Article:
30.5 A Quality Bus Route scheme is already underway in the Borough and this Policy continues to support that scheme. The scheme has recently been extended from Brierfield, Nelson and Colne to cover Earby and Barnoldswick. The initiative promotes improved bus routes and seeks to provide a better reliability of service. In addition the scheme will support new and improved terminal facilities, with a possibility of renewing or upgrading existing bus stations. Proposals are already in place for a new bus/rail interchange in Nelson. 

30.6 Rapid Transit is an initiative designed to provide significant improvements to public transport provision in East Lancashire. The system will utilise and upgrade existing infrastructure whilst improving frequency and enhancing the local environment. This will include the use of trains and high quality buses throughout East Lancashire and will also include better customer information on services and through ticketing. The overall aim of the initiative is to provide a comprehensive approach to public transport resulting in an integrated public transport system for East Lancashire. This initiative is supported by the Council’s Community Strategy. The initiative seeks to provide a better transport system for Pendle and may provide integration with the Protected Transport Corridor as detailed in Policy 29.

30.7 The East Lancashire Partnership, Lancashire County Council and Blackburn with Darwen Borough Council have commissioned The Association of Community Rail Partnerships (ACoRP) to look at ways of developing a community partnership for the East Lancashire Line between Preston,
Blackburn, Accrington, Burnley and Colne. A Community Rail Partnership will act as a bridge between the railway and the local community, providing a means of promoting and developing local rail services through improving facilities for the local community, including improved station facilities, discounted fares, enhanced bus links and dedicated cycle routes to stations. The Strategic Rail Authority has published the Community Rail Development Strategy (2004) and achieving the objectives of this strategy will depend on partnership and active support from the community. Success will see the railway placed at the heart of a vibrant local and rural economy, increasing accessibility, promoting environmental sustainability and social inclusion.

30.8 Section 106 Agreements can be used to secure additional funds for public transport improvements. Money will only be sought to fund improvements where the proposed development lacks adequate public transport links. Views on accessibility and public transport requirements will be sought from County Highways or by means of a valid Transport Assessment. Agreements will only be sought for developments on sites of 0.4 ha or more, irrespective of proposed use. Where development is proposed on part of a site which in full would amount to 0.4 ha, proportional funds will be sought – see Appendix 1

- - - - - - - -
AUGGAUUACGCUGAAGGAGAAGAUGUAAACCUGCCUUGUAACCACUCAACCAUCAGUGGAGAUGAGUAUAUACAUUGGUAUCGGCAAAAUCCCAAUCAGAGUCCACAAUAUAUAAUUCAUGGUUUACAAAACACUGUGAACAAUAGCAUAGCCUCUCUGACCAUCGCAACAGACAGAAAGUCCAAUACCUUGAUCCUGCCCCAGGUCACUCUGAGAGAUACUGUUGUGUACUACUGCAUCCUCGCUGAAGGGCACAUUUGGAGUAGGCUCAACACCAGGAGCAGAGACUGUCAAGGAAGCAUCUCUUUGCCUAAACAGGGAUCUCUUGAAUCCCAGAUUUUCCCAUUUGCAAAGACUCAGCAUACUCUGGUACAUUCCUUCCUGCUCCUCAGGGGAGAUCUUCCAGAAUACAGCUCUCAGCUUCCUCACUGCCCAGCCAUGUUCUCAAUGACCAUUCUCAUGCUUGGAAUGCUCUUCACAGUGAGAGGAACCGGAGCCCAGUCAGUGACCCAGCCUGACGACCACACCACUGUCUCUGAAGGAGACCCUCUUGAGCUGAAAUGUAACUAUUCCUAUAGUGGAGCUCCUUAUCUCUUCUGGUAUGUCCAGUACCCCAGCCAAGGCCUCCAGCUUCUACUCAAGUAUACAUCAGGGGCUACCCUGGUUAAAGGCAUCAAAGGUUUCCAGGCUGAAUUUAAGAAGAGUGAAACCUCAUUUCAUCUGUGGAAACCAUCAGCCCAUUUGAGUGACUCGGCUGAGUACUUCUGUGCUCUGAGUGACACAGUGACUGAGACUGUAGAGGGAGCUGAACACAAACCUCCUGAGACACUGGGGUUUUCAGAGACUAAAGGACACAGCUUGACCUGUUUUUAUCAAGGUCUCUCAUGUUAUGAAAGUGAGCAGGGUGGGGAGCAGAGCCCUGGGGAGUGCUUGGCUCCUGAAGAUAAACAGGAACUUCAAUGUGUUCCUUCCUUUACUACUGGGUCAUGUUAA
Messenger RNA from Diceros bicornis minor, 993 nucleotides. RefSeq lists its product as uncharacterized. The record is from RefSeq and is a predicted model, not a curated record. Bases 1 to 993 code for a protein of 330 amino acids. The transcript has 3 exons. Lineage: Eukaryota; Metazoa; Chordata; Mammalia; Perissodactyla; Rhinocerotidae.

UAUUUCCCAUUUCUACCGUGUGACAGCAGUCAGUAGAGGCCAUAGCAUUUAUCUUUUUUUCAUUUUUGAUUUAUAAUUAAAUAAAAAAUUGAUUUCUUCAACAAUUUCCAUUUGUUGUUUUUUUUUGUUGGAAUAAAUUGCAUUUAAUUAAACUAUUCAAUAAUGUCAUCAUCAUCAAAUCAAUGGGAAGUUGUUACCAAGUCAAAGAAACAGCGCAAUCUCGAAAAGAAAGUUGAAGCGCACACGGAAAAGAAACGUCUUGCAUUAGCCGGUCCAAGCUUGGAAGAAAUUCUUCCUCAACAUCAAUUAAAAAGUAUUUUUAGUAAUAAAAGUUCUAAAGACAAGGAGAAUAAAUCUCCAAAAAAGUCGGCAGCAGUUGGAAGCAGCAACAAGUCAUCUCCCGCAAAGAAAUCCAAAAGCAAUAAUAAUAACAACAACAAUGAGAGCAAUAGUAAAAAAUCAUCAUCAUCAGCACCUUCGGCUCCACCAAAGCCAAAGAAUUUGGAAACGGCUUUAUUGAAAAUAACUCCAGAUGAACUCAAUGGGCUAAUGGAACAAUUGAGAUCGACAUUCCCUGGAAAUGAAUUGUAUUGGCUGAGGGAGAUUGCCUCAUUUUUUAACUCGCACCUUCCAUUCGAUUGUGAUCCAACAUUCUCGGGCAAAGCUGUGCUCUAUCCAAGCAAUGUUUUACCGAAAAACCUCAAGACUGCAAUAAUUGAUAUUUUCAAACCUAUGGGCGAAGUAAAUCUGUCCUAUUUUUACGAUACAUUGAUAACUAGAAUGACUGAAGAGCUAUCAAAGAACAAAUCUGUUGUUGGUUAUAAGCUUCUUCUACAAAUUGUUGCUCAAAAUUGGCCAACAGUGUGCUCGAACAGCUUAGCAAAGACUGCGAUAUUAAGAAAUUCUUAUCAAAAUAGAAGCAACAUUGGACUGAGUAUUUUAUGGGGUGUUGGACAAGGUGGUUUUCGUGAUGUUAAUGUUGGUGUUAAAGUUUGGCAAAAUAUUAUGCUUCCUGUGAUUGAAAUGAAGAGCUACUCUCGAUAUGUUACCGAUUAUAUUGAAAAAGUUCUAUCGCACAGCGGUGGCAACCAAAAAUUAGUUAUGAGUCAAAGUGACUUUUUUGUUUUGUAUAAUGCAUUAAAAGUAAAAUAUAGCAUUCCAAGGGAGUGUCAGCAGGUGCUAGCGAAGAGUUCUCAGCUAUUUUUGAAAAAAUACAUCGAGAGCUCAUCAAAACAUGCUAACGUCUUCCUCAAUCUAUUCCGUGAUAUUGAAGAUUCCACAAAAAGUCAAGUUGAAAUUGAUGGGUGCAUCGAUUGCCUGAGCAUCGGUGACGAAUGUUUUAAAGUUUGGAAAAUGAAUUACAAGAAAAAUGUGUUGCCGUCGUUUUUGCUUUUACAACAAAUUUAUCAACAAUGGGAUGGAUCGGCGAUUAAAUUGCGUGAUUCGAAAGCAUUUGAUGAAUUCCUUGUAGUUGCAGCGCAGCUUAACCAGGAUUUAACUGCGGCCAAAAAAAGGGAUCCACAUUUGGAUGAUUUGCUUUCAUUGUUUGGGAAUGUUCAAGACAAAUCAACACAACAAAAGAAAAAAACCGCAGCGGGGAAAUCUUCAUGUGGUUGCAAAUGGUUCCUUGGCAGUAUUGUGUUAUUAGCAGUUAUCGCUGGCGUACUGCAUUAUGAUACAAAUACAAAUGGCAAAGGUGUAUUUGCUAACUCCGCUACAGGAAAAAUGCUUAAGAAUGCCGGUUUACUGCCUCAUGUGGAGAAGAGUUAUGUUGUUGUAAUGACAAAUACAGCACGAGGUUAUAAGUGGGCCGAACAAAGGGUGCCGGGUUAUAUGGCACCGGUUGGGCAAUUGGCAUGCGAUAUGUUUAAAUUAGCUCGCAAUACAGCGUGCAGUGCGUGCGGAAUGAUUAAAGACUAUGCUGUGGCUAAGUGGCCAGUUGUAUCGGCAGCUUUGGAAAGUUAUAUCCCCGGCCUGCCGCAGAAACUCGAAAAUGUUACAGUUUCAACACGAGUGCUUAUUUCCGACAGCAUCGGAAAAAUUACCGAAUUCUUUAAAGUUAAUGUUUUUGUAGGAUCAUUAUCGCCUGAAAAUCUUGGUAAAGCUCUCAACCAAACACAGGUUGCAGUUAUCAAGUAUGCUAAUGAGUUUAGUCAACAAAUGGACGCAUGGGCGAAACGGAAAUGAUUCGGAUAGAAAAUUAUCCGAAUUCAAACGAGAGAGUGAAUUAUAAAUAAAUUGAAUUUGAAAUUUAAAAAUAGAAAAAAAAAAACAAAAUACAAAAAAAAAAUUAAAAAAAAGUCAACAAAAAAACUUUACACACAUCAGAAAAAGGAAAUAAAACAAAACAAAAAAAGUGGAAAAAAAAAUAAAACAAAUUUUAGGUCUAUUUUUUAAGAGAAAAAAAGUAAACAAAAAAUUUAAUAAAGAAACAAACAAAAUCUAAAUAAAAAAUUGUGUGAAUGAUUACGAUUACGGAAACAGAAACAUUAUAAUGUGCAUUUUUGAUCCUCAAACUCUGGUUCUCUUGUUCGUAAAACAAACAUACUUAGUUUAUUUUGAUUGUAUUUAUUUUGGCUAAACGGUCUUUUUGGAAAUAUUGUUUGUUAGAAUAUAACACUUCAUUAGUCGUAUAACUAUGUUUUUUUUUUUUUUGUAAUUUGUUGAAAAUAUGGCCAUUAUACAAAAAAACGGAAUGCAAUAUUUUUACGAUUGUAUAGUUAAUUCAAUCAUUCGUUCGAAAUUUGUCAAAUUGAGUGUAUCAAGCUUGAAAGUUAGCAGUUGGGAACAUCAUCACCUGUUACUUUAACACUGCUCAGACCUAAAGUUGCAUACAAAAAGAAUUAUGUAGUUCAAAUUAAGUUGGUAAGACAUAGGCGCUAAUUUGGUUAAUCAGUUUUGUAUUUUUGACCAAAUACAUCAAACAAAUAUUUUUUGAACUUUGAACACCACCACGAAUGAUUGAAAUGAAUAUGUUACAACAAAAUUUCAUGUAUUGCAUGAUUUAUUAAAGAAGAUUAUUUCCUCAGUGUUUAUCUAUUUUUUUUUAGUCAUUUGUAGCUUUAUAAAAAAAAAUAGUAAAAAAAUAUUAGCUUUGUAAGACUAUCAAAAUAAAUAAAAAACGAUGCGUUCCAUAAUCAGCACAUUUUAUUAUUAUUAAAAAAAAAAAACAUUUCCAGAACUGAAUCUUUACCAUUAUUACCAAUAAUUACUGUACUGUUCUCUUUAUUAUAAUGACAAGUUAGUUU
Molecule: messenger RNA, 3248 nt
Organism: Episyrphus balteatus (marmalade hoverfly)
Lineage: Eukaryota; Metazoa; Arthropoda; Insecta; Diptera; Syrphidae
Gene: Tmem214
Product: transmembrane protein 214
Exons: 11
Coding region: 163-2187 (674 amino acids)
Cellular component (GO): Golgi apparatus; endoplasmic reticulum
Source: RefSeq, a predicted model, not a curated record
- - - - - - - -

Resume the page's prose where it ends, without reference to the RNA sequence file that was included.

30.9 The South Lancashire Rural Transport Partnership is one of three Partnerships operating in Lancashire. The Partnership supports local communities and assists them in developing local transport initiatives for the rural area. In particular the Partnership assists in attracting funding. In Pendle the Partnership has successfully assisted in the introduction of the Pendle Way Farer (a ring a bus initiative operating in Pendleside) and the West Craven Rider (a specific bus service operating between West Craven and Airedale General Hospital).

30.10 PPG13 recognises that cycling has the potential to substitute for short car trips and to form part of a longer journey by public transport. There are many benefits of encouraging cycling, including, reducing the impacts of increasing traffic and emissions. One of the key aims of PPG13 is to provide cycle routes and cycle priority measures in major new developments. Similarly new developments should be located in areas where they are accessible by a variety of travel modes. For the purpose of this policy, cycle routes (either on or off road) must be integrated into any new development on a site of 0.4 ha or more, or part thereof. Adequate cycle parking should be provided – see Policy 31. The Council’s Cycling Strategy45 sets out the guidelines for the design of new cycle routes. In addition to the provision of cycle routes in new developments, the Council will support the rollout of the Pendle Cycle Network. The RSS supports the national cycle network proposed by SUSTRANS, the Pendle network will fit within this framework. Any cycle improvements should be in line with the Council’s Cycling Strategy (2000). The Pendle cycle network is detailed on the proposals map, including implemented infrastructure and proposed new routes.